Smoking and mortality in Asia
In this analysis of data from 20 studies conducted in China, Japan, South Korea, Singapore, Taiwan and India with more than 1 million participants, deaths associated with smoking continued to increase among men in Asia grouped by the years in which they were born.

Predictors of successfully quitting smoking among smokers registered at the quit smoking clinic at a public hospital in northeastern Malaysia
In the current issue of Family Medicine and Community Health, Nur Izzati Mohammad et al. consider how cigarette smoking is one of the risk factors leading to noncommunicable diseases such as cardiovascular and respiratory system diseases and cancer.

Restaurant and bar smoking bans do reduce smoking, especially among the highly educated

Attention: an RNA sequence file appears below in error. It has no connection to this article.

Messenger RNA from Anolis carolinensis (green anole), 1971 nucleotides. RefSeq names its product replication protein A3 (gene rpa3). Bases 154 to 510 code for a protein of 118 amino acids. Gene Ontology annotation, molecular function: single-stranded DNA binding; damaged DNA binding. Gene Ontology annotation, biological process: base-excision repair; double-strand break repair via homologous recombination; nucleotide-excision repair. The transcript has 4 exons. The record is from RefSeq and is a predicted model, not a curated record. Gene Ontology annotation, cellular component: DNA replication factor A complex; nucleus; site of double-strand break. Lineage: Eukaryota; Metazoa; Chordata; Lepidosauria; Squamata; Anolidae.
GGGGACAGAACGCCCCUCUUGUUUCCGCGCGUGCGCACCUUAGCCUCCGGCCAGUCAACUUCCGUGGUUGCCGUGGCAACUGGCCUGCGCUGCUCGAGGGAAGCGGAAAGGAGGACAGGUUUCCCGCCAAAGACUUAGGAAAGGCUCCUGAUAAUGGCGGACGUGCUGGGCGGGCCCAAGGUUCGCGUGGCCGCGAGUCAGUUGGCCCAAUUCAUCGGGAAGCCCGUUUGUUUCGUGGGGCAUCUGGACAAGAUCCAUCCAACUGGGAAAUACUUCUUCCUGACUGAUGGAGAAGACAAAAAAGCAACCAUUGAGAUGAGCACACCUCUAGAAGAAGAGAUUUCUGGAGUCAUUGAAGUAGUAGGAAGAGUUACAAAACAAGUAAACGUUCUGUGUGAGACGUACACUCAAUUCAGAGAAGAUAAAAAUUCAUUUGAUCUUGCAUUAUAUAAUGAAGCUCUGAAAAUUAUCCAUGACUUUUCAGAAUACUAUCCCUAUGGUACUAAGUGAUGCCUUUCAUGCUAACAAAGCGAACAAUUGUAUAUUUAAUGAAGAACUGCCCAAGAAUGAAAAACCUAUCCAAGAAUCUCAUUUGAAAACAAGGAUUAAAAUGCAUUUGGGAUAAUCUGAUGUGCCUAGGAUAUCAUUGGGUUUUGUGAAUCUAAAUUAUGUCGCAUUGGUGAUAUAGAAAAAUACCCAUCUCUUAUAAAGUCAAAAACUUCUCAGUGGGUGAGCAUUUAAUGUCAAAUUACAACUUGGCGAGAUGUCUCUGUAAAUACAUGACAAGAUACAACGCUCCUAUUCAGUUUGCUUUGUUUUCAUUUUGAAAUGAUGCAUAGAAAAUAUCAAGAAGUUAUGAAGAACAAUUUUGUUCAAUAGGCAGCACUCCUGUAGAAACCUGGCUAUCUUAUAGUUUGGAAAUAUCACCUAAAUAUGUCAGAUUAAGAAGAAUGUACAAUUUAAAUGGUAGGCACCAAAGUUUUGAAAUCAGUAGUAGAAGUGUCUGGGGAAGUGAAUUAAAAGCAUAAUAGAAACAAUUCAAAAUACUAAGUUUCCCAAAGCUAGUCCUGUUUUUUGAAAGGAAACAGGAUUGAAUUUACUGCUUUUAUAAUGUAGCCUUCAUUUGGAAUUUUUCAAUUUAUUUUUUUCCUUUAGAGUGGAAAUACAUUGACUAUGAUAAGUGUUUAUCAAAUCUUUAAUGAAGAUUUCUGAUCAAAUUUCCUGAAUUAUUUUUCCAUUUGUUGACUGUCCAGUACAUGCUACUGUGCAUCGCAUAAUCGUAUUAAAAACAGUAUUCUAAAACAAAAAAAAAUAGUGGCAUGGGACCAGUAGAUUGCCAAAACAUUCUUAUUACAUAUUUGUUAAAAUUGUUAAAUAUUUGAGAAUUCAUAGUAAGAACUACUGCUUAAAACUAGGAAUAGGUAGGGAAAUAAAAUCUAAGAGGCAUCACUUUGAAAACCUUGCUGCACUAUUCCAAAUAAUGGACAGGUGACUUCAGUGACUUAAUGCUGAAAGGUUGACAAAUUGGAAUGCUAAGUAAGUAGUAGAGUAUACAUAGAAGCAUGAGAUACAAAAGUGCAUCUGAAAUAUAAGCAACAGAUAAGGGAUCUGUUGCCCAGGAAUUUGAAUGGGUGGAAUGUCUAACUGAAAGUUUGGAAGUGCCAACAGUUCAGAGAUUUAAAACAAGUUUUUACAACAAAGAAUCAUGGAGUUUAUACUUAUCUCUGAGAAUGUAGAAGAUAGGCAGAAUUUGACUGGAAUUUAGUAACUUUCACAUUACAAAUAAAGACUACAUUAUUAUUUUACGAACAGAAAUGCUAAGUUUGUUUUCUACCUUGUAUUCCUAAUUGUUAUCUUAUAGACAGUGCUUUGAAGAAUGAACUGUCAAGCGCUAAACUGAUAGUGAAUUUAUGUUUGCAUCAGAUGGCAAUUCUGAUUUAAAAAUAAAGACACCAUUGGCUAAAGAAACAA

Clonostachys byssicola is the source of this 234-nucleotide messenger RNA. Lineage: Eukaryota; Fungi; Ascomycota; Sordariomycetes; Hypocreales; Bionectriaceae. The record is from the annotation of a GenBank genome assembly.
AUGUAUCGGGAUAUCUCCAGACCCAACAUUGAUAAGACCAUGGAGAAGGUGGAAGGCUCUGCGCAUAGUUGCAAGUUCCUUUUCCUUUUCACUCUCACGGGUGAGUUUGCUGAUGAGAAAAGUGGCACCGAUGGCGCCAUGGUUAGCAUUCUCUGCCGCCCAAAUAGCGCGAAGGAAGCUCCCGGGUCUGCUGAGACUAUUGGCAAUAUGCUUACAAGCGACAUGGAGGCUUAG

Smoking risk drops significantly in college graduates when they live near areas that have completely banned smoking in bars and restaurants, according to a new study in the American Journal of Epidemiology.

How the UK smoking ban increased wellbeing
Married women with children reported the largest increase in well-being following the smoking bans in the UK in 2006 and 2007 but there was no comparable increase for married men with children.

Smoking study personalizes treatment
A simple blood test is allowing Vanderbilt University Medical Center (VUMC) researchers to determine which patients should be prescribed varenicline (Chantix) to stop smoking and which patients could do just as well, and avoid side effects, by using a nicotine patch.

A biophysical smoking gun
While much about Alzheimer's disease remains a mystery, scientists do know that part of the disease's progression involves a normal protein called tau, aggregating to form ropelike inclusions within brain cells that eventually strangle the neurons.

A case where smoking helped
A mutation in the hemoglobin of a young woman in Germany was found to cause her mild anemia.

Read More: Smoking News and Smoking Current Events
Brightsurf.com is a participant in the Amazon Services LLC Associates Program, an affiliate advertising program designed to provide a means for sites to earn advertising fees by advertising and linking to Amazon.com.